At the local level, we find Asheville City Council setting aside 1 percent of its capital-projects budget for public art, Welker noted later. That commitment dovetails with the sunset of the Urban Trail project, which is set to have its final piece in place by the end of next year, she explained: While the trail is set in downtown Asheville, future projects advocated by the Public Art Board will likely reach into all corners of the city. To get things going, City Council has set aside seed money — about $50,000 per year — and the board will seek matching grants and donations.

The board’s goal is to raise three times the city’s contribution, said Myers. “The [success of] the Urban Trail leads us to believe that’s possible,” she observed.

Notwithstanding the Urban Trail’s success, however, can the Public Art board avoid the kind of controversy that has surrounded “Passage” (which was funded through a federal arts program), or the the Pack Place sign (funded by a Janirve Foundation grant last year)?

The most recent public-art squabble erupted in nearby Waynesville, where some folks have questioned the artistic value of a large metal sculpture titled “The Cow Catcher.”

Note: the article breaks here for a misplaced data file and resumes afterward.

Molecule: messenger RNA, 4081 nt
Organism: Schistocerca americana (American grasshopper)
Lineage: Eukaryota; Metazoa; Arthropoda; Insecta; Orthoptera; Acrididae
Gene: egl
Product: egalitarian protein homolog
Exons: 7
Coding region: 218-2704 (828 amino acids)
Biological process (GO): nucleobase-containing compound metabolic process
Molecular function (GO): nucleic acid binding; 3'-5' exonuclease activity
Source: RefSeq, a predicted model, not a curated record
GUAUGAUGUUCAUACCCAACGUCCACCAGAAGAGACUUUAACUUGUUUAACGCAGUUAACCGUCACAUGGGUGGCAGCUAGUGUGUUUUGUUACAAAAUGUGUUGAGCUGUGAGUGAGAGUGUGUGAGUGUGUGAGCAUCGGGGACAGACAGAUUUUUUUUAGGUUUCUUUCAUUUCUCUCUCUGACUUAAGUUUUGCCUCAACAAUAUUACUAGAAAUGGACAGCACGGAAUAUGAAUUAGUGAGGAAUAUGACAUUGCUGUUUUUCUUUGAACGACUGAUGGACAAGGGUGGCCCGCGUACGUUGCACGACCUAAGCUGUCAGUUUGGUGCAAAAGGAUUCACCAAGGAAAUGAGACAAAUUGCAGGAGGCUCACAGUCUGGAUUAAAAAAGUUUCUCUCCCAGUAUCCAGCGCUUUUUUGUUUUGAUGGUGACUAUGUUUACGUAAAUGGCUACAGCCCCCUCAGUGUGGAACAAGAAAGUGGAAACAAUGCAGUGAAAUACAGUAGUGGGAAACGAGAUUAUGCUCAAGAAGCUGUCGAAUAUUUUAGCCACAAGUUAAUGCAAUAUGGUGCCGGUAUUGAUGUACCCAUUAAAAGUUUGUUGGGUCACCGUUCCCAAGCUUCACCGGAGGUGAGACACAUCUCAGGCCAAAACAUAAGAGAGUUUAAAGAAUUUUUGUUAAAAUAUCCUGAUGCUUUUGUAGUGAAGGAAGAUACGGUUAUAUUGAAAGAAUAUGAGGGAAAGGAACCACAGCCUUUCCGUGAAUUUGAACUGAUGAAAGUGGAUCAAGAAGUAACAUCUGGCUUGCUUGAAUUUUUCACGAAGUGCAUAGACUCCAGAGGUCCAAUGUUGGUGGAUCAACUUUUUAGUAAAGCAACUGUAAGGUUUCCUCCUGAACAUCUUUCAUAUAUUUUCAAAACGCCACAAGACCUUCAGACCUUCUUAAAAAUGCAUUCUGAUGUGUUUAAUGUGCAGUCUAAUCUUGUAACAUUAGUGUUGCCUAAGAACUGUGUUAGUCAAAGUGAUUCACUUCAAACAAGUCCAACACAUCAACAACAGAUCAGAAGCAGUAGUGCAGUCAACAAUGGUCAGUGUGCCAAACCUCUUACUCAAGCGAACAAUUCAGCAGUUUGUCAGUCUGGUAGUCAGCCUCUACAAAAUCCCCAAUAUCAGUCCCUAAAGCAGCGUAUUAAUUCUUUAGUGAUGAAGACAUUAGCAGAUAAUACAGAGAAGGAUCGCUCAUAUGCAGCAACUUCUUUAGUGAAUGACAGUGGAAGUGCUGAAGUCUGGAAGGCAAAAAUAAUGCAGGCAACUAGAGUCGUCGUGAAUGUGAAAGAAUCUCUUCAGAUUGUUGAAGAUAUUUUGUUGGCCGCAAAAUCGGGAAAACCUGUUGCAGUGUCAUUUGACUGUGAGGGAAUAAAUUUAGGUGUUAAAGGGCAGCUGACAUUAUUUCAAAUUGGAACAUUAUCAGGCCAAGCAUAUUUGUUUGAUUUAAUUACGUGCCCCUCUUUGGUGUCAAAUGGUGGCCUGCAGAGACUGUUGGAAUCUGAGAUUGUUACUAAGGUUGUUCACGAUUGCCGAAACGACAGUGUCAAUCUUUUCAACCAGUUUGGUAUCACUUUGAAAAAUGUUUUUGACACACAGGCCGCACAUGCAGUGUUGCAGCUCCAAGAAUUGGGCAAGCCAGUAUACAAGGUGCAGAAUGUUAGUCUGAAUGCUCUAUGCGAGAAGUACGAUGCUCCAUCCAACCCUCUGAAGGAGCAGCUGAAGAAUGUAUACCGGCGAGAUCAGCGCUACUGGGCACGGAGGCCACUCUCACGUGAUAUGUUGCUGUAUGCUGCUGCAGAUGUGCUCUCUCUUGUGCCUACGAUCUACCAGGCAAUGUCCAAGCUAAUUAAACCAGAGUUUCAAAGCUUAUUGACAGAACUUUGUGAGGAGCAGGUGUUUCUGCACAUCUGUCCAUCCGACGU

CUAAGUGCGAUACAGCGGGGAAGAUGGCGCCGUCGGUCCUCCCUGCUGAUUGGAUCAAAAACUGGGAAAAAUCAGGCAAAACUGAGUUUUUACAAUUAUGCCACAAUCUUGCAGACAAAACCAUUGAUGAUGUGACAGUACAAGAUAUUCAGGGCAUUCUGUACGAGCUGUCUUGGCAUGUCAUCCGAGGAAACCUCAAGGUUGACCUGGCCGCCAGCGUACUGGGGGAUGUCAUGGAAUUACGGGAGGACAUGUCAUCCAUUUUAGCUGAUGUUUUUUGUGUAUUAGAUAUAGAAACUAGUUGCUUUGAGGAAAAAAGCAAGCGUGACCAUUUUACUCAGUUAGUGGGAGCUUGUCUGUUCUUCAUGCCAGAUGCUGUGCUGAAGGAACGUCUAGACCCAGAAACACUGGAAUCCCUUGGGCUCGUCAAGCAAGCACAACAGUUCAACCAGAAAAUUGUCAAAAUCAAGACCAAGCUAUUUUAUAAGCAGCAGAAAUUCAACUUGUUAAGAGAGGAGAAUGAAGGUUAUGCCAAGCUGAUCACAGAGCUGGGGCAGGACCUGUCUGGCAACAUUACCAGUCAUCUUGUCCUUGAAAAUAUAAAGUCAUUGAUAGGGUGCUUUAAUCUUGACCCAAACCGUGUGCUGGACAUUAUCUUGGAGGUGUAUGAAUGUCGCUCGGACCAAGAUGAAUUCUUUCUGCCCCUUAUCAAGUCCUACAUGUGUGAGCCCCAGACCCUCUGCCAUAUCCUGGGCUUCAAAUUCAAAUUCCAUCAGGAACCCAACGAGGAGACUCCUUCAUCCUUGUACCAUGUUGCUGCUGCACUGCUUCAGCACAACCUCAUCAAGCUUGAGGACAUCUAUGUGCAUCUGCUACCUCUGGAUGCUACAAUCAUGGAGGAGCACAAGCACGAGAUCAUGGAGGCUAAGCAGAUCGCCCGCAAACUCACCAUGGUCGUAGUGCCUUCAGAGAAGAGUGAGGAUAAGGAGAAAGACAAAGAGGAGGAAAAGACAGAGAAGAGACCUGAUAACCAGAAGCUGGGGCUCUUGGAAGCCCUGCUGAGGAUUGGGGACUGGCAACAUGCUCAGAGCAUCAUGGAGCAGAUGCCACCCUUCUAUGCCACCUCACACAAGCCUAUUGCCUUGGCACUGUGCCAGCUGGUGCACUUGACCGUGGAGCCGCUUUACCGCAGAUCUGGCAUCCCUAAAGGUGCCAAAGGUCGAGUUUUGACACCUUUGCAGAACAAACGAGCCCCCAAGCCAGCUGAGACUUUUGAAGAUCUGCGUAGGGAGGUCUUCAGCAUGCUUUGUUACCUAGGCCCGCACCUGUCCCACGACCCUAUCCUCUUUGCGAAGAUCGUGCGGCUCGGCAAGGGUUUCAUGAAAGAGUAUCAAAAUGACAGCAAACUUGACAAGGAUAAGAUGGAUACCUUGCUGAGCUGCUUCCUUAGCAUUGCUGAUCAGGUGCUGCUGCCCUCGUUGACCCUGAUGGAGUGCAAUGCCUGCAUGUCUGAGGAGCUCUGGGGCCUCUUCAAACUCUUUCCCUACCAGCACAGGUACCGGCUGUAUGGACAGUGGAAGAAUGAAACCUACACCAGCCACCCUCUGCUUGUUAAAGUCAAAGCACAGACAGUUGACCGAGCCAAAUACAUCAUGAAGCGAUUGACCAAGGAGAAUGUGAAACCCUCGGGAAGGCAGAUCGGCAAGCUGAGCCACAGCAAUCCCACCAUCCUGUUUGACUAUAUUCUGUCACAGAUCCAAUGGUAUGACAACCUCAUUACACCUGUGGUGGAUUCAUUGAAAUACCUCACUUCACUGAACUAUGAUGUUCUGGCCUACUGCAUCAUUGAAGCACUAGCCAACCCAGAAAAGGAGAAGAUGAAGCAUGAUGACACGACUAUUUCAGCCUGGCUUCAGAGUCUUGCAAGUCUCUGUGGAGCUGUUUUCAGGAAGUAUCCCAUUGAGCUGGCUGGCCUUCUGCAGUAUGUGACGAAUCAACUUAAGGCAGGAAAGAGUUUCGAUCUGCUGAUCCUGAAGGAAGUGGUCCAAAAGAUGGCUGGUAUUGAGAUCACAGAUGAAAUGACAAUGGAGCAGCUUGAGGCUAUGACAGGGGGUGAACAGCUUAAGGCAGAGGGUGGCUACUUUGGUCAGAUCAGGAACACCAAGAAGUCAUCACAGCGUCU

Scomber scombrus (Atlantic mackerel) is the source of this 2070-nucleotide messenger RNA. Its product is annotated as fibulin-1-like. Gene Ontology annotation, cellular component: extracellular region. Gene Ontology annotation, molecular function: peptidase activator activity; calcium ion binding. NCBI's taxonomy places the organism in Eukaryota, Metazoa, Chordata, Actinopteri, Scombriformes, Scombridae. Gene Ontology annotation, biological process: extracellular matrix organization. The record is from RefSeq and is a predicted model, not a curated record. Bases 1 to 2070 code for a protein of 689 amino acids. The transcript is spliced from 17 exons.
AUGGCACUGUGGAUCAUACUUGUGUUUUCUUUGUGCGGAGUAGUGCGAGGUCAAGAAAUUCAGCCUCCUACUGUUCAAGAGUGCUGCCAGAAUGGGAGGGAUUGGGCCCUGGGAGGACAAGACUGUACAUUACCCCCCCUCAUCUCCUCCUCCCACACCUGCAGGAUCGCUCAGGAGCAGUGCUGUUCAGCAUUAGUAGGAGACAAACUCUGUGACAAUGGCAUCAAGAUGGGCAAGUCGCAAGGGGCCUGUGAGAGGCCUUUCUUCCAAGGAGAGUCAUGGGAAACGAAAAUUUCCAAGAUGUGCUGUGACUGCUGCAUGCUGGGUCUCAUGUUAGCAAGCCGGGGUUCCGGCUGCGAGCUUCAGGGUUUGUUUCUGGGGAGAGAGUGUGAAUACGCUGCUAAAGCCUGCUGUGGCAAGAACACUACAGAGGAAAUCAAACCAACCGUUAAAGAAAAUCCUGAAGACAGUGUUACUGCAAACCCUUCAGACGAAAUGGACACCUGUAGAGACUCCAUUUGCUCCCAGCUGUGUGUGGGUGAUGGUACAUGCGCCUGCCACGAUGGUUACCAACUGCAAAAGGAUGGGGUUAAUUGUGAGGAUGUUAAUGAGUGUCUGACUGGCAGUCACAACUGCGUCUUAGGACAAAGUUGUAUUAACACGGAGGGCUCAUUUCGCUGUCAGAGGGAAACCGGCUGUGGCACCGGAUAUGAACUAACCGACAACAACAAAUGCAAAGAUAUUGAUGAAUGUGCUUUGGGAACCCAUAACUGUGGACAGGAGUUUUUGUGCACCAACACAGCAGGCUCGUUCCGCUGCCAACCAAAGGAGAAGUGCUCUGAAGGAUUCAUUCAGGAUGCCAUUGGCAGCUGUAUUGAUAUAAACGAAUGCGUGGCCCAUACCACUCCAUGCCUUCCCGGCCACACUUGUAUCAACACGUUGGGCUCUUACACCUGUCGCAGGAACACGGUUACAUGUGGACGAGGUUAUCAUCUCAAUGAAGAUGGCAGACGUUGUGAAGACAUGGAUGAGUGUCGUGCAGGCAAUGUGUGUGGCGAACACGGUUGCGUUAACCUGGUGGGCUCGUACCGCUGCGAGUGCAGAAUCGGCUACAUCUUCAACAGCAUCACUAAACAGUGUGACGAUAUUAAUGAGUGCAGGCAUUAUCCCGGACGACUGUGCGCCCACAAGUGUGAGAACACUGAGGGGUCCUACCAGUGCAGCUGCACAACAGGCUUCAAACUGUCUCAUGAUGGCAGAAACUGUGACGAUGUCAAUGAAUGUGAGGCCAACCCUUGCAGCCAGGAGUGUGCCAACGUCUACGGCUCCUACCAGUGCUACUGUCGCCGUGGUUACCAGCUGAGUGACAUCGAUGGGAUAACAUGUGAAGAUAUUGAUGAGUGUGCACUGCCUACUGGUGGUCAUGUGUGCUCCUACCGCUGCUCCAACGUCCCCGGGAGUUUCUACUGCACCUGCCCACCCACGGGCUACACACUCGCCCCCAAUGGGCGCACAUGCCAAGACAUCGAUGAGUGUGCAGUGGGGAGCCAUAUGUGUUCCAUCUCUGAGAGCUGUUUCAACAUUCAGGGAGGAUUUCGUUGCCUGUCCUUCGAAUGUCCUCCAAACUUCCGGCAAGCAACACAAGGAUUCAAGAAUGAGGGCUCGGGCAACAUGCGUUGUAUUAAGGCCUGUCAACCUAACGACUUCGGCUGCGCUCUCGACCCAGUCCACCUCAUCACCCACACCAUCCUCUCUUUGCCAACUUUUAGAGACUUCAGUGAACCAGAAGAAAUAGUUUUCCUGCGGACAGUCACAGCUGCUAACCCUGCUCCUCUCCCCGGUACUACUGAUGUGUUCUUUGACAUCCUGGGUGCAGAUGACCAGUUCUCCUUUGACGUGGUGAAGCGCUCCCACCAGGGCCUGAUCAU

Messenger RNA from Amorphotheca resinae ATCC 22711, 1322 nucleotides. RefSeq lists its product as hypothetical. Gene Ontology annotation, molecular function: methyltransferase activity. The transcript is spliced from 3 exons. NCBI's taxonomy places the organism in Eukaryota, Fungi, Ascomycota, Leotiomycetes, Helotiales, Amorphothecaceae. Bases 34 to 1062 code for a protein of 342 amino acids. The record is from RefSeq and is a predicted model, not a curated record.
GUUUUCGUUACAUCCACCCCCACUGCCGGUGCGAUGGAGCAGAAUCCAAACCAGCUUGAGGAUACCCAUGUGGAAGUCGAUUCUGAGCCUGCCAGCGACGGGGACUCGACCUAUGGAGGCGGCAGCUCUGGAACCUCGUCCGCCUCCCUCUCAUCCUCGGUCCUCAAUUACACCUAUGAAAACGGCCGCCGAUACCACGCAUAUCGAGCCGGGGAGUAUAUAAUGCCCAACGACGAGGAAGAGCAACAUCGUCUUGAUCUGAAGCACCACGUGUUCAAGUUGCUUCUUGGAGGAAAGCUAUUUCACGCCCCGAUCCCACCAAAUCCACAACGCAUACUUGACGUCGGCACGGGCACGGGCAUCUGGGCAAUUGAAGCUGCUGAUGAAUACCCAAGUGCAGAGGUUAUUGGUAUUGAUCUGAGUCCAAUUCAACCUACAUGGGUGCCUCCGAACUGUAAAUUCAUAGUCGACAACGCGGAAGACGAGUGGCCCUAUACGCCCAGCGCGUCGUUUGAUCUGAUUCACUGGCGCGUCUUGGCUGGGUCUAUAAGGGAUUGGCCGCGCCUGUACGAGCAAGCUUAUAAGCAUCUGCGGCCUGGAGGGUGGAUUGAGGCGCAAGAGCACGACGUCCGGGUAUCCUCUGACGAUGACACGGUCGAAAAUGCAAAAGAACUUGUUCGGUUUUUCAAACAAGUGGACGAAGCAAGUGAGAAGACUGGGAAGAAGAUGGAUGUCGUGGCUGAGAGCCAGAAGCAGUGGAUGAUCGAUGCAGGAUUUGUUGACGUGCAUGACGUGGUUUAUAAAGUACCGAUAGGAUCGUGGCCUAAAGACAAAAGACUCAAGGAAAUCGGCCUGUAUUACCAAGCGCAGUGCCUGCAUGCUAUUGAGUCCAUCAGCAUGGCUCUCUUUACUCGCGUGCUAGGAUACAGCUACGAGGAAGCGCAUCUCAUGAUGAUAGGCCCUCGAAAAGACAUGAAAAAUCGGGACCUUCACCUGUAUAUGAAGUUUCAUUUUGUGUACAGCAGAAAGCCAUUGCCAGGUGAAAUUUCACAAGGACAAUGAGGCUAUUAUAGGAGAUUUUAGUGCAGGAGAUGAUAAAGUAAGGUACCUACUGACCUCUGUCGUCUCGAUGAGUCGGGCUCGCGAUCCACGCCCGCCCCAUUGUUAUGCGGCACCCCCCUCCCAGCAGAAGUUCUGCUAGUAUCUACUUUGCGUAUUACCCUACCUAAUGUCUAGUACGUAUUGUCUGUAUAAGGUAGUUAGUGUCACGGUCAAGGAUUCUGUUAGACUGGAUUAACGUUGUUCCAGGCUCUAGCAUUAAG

“We’ve got to go see that,” Myers commented to Welker during the organizational meeting, before remarking, “The works [we approve] can foster controversy [or] heal wounds … and present opportunities for exchange, for dialogue. … I’m not sure that means that none of [the art approved by the board is] going to be controversial.”

Both Myers and Welker spoke about an inherently challenging function of some art: “pushing the edge,” and making us question and think. But both women also stressed the need for public involvement in the process. To this end, board members have set up citizens’ committees for drafting a master plan, considering special projects, and addressing stewardship needs. These committees (and board meetings) remain open to anyone interested in public art.

“Our goal is to create an action plan that can [draw] everyone on board,” promises Myers, reflecting on the bigger picture of art in our lives: “What are the core values of the community, and how are they connected to creativity? That’s the bottom line.”

Well, one of them, anyway. But Welker also stresses art’s ability to draw visitors and help drive the local economy. “What happens every time [the city] hosts a gallery walk? Every restaurant downtown is packed,” she remarked, adding that Asheville has been cited in national magazines as an art destination.

And while we’re at it, why not inject a bit of artistic flair into local infrastructure? This suggestion came from Myers, who concluded with yet another question to ponder: “Can the [new I-26] bridge over the French Broad River be designed as a work of art? Let’s find out.”

About Margaret Williams
Editor Margaret Williams first wrote for Xpress in 1994. An Alabama native, she has lived in Western North Carolina since 1987 and completed her Masters of Liberal Arts & Sciences from UNC-Asheville in 2016. Follow me @mvwilliams